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Noah H. Thompson v. Township of East Brunswick

January 11, 2013

NOAH H. THOMPSON, PLAINTIFF-APPELLANT,
v.
TOWNSHIP OF EAST BRUNSWICK, EAST BRUNSWICK POLICE DEPARTMENT, FRANK LOSACCO, INDIVIDUALLY AND IN HIS OFFICIAL CAPACITY, KEVIN BISHOP, INDIVIDUALLY AND IN HIS OFFICIAL CAPACITY, RUSSELL MACARTHUR, INDIVIDUALLY AND IN HIS OFFICIAL CAPACITY, DEFENDANTS-RESPONDENTS.



On appeal from Superior Court of New Jersey, Law Division, Middlesex County, Docket No. L-7048-09.

Per curiam.

NOT FOR PUBLICATION WITHOUT THE APPROVAL OF THE APPELLATE DIVISION

Argued December 11, 2012

Before Judges Reisner, Yannotti and Harris.

Plaintiff Noah H. Thompson appeals from orders entered by the Law Division granting summary judgment to defendants. We affirm.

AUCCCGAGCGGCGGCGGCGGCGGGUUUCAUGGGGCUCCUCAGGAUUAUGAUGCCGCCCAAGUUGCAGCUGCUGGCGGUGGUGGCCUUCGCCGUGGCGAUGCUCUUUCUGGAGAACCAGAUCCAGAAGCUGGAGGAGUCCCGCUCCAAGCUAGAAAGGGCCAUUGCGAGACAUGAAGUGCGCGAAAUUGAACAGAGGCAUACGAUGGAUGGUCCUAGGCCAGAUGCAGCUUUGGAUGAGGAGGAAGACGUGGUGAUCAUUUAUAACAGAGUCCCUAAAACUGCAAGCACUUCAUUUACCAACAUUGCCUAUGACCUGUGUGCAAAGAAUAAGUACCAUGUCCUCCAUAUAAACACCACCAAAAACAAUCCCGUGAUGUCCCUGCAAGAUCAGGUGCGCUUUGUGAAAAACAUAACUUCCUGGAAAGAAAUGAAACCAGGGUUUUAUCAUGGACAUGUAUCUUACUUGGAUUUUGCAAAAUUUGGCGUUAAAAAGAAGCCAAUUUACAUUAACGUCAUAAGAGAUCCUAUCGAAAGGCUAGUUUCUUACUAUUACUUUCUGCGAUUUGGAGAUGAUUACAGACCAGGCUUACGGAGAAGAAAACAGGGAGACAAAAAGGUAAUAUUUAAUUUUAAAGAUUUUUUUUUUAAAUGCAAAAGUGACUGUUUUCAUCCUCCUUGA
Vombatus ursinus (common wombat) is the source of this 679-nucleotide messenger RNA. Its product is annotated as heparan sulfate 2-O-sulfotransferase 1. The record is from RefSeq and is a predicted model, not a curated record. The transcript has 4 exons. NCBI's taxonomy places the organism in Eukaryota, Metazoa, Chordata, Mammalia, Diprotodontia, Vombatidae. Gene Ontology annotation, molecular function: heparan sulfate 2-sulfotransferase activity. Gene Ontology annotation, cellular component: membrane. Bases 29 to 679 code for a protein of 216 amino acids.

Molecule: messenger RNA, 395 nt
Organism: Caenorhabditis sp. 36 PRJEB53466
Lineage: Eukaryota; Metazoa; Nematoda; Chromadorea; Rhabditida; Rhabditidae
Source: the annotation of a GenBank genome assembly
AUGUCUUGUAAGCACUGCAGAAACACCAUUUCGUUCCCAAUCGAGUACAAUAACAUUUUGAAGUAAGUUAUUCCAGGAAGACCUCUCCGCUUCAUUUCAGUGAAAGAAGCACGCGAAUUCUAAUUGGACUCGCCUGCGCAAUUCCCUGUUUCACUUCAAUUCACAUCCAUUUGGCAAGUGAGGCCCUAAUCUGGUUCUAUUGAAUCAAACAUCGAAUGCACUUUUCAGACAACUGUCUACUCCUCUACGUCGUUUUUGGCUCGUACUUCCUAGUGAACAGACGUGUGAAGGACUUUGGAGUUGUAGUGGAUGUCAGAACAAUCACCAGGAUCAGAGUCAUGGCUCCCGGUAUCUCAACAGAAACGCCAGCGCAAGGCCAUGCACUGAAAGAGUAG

I.

On April 18, 2011, Duron Powell (Powell) asked plaintiff to drive him to the Township of East Brunswick's (Township) municipal building so that he could speak to the municipal court clerk. Plaintiff's was Powell's neighbor. Plaintiff agreed to drive Powell to the municipal building for a fee. After they arrived there, Powell entered the building. Plaintiff waited outside for Powell about thirty minutes and then went inside. His movements were recorded by closed circuit surveillance cameras.

At his deposition, plaintiff testified that he asked the municipal clerk what was taking so long, and she replied that the computer was down because the building was being renovated. According to plaintiff, the clerk said the old equipment was being taken out and new equipment brought in.

At around 11:38 a.m., plaintiff opened the door and appeared to be leaving the building. He then turned around and walked towards the office of the municipal prosecutor. Plaintiff looked around, apparently checking to see if anyone was around. Plaintiff entered the prosecutor's office, picked up a telephone and took it to his car. Plaintiff said he "figured it was garbage."